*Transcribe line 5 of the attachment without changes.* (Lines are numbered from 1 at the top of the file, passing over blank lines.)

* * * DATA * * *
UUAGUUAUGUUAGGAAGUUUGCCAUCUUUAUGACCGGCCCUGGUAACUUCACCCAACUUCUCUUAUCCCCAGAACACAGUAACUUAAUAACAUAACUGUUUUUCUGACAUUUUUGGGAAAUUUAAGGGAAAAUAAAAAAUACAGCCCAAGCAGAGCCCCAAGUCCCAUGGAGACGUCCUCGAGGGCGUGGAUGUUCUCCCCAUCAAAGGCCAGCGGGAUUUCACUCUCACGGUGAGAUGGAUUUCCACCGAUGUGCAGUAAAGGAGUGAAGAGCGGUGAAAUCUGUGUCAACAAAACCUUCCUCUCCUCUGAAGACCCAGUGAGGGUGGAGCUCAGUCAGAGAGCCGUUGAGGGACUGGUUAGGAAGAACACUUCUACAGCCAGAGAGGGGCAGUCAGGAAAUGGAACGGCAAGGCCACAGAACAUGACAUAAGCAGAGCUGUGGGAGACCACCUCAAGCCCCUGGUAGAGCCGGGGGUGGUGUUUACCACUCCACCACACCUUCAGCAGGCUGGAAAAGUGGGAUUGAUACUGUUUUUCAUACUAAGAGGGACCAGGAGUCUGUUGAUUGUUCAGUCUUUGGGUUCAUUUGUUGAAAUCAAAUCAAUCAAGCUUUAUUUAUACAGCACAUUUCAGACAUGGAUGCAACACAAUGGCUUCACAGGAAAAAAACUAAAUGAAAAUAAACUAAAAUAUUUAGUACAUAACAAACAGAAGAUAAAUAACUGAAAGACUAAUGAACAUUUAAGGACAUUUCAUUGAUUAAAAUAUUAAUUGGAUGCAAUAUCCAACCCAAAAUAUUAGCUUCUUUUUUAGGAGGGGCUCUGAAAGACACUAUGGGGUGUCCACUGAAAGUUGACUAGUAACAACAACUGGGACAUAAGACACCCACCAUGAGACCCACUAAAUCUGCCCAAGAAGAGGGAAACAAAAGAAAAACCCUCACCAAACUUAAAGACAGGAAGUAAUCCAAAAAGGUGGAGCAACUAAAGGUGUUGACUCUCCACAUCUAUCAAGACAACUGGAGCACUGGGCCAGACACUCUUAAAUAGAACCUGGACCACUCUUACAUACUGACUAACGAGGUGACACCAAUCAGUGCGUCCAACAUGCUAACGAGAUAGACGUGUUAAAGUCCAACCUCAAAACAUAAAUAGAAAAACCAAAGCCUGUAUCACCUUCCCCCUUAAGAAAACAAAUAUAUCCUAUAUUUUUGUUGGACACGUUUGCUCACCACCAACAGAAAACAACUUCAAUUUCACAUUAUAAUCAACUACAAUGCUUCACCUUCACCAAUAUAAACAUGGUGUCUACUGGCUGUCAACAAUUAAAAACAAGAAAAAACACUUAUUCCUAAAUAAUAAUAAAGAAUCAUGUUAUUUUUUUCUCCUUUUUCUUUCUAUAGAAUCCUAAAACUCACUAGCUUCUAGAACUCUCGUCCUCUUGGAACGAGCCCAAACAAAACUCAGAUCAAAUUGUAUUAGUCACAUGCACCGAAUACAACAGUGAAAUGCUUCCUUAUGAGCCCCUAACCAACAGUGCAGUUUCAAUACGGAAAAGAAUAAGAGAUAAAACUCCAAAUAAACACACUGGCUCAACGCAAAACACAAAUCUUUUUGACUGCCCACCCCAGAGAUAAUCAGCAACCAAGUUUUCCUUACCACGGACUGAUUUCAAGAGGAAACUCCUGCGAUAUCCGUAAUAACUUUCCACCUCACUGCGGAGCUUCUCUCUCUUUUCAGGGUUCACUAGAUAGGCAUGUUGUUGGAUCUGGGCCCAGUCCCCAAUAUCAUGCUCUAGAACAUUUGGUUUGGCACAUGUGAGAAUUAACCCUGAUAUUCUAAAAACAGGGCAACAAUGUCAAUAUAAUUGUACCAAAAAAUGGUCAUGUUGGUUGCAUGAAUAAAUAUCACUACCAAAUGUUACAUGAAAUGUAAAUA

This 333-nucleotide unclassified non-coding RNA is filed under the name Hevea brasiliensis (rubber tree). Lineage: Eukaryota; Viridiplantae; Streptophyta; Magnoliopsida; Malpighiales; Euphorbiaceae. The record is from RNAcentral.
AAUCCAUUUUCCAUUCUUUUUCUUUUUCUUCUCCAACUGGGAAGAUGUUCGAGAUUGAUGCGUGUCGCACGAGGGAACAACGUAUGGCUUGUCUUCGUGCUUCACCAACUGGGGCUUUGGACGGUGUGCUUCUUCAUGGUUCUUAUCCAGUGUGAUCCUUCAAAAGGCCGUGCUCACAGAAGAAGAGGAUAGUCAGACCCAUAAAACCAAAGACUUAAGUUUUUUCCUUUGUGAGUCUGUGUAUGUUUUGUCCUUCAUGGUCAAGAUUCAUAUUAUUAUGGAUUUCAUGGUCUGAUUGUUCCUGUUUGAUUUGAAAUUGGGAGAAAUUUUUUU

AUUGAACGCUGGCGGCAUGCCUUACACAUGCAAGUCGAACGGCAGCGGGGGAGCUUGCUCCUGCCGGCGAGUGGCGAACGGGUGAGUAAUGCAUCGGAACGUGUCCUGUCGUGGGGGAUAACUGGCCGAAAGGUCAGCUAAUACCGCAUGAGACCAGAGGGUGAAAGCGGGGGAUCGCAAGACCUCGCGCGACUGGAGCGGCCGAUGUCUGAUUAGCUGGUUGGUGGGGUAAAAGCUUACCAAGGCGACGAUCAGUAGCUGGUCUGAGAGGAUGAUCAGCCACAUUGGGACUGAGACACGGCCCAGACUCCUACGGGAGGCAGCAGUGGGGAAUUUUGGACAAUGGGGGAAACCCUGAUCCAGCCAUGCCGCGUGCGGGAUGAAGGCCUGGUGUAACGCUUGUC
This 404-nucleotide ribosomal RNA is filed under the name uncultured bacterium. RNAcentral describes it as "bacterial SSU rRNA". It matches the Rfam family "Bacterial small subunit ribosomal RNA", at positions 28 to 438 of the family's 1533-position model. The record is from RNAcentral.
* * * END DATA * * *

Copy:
This 404-nucleotide ribosomal RNA is filed under the name uncultured bacterium. RNAcentral describes it as "bacterial SSU rRNA". It matches the Rfam family "Bacterial small subunit ribosomal RNA", at positions 28 to 438 of the family's 1533-position model. The record is from RNAcentral.